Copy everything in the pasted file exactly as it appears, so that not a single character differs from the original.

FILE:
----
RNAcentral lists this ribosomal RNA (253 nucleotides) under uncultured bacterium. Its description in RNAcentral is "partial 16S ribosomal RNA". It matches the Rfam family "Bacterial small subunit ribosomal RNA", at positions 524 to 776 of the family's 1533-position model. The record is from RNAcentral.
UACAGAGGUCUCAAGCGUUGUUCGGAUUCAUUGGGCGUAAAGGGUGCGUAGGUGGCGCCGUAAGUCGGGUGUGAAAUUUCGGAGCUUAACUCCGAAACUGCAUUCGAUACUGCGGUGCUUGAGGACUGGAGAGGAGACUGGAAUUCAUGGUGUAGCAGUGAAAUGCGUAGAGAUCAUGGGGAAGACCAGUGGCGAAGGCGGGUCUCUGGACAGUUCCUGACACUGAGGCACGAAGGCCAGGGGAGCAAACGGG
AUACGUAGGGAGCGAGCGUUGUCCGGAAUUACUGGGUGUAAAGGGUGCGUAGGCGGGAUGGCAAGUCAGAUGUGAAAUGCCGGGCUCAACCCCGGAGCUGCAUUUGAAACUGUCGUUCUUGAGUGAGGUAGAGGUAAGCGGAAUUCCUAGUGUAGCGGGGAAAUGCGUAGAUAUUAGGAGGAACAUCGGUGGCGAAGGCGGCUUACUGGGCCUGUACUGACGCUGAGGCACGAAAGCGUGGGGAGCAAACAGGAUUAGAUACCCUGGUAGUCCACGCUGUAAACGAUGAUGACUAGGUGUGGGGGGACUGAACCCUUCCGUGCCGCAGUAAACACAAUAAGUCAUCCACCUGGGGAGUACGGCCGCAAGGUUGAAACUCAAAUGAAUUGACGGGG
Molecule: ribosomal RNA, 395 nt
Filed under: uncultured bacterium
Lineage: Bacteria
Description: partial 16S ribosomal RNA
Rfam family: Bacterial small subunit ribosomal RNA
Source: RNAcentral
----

RNAcentral lists this ribosomal RNA (253 nucleotides) under uncultured bacterium. Its description in RNAcentral is "partial 16S ribosomal RNA". It matches the Rfam family "Bacterial small subunit ribosomal RNA", at positions 524 to 776 of the family's 1533-position model. The record is from RNAcentral.
UACAGAGGUCUCAAGCGUUGUUCGGAUUCAUUGGGCGUAAAGGGUGCGUAGGUGGCGCCGUAAGUCGGGUGUGAAAUUUCGGAGCUUAACUCCGAAACUGCAUUCGAUACUGCGGUGCUUGAGGACUGGAGAGGAGACUGGAAUUCAUGGUGUAGCAGUGAAAUGCGUAGAGAUCAUGGGGAAGACCAGUGGCGAAGGCGGGUCUCUGGACAGUUCCUGACACUGAGGCACGAAGGCCAGGGGAGCAAACGGG
AUACGUAGGGAGCGAGCGUUGUCCGGAAUUACUGGGUGUAAAGGGUGCGUAGGCGGGAUGGCAAGUCAGAUGUGAAAUGCCGGGCUCAACCCCGGAGCUGCAUUUGAAACUGUCGUUCUUGAGUGAGGUAGAGGUAAGCGGAAUUCCUAGUGUAGCGGGGAAAUGCGUAGAUAUUAGGAGGAACAUCGGUGGCGAAGGCGGCUUACUGGGCCUGUACUGACGCUGAGGCACGAAAGCGUGGGGAGCAAACAGGAUUAGAUACCCUGGUAGUCCACGCUGUAAACGAUGAUGACUAGGUGUGGGGGGACUGAACCCUUCCGUGCCGCAGUAAACACAAUAAGUCAUCCACCUGGGGAGUACGGCCGCAAGGUUGAAACUCAAAUGAAUUGACGGGG
Molecule: ribosomal RNA, 395 nt
Filed under: uncultured bacterium
Lineage: Bacteria
Description: partial 16S ribosomal RNA
Rfam family: Bacterial small subunit ribosomal RNA
Source: RNAcentral